Insomnia has always been thought to be a consequence of schizophrenia and may be predicted by paranoid thoughts. Individuals with a diagnosis of schizophrenia have reported symptoms of insomnia, which can in turn increase psychosis. It is thought that these symptoms can come from decreased daytime activity, reduced cognitive functioning, or distress from psychotic experiences increasing arousal (Waite et al., 2016a; Hodgenkins et al., 2015; Stubbset et al., 2016). However, recent evidence has demonstrated that insomnia can predict later paranoid thoughts. Individuals with comorbid psychotic disorder and insomnia tend to have more severe psychotic experiences such as paranoid thoughts (Freeman et al., 2009; Xianget et al., 2009). The current study explores how insomnia affects an individual who experiences paranoid thoughts. It is expected that insomnia will increase paranoid thoughts in individuals who show varying levels of paranoid ideation ranging from sub-clinical to clinical levels.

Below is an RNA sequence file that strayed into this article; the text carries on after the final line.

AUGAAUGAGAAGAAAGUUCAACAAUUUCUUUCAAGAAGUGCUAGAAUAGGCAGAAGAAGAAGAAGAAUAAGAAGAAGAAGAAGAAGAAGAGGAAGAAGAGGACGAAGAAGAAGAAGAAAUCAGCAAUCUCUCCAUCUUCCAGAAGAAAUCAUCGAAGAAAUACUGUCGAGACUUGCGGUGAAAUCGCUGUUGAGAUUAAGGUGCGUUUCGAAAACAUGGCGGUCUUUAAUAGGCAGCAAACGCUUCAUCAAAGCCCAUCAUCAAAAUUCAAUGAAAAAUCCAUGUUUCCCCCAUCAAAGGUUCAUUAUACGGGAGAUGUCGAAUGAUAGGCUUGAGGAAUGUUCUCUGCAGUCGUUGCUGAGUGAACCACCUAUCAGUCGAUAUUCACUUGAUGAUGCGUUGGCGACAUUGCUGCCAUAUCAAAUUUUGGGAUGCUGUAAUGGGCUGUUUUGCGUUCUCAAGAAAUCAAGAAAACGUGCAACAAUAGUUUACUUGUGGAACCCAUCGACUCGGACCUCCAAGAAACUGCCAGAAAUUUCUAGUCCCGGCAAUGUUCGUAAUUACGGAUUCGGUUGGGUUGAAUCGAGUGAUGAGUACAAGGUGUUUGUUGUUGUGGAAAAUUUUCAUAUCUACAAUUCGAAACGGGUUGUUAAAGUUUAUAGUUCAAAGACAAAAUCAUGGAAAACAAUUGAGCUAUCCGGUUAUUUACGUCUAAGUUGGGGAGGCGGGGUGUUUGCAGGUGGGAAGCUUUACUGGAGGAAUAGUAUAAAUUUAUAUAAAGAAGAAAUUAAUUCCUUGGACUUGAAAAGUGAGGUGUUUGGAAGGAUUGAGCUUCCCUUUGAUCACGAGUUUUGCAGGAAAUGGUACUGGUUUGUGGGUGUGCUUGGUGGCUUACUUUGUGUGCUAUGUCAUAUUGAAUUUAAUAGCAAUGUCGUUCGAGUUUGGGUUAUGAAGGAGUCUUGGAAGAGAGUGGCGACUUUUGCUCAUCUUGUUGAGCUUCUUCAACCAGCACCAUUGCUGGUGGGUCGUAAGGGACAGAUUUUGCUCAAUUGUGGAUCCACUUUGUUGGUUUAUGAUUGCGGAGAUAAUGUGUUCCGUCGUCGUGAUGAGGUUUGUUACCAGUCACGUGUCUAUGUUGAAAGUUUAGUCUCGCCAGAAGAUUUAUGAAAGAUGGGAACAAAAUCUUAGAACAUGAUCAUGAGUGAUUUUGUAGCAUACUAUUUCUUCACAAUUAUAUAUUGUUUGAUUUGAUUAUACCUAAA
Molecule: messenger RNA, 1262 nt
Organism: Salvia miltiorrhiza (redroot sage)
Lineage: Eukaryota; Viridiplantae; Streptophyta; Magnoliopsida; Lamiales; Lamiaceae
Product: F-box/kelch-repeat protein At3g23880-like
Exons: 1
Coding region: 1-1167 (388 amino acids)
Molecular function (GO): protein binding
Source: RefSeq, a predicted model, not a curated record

Date of publication
Dr. Dennis Combs, Dr. Amy Hayes, Dr. Eric Stocks
Masters in Clinical Psychology
Bennett-Leleux, Lauren J., "INSOMNIA IN SUBCLINICAL PARANOID PARTICIPANTS" (2020). Psychology and Counseling Theses. Paper 10.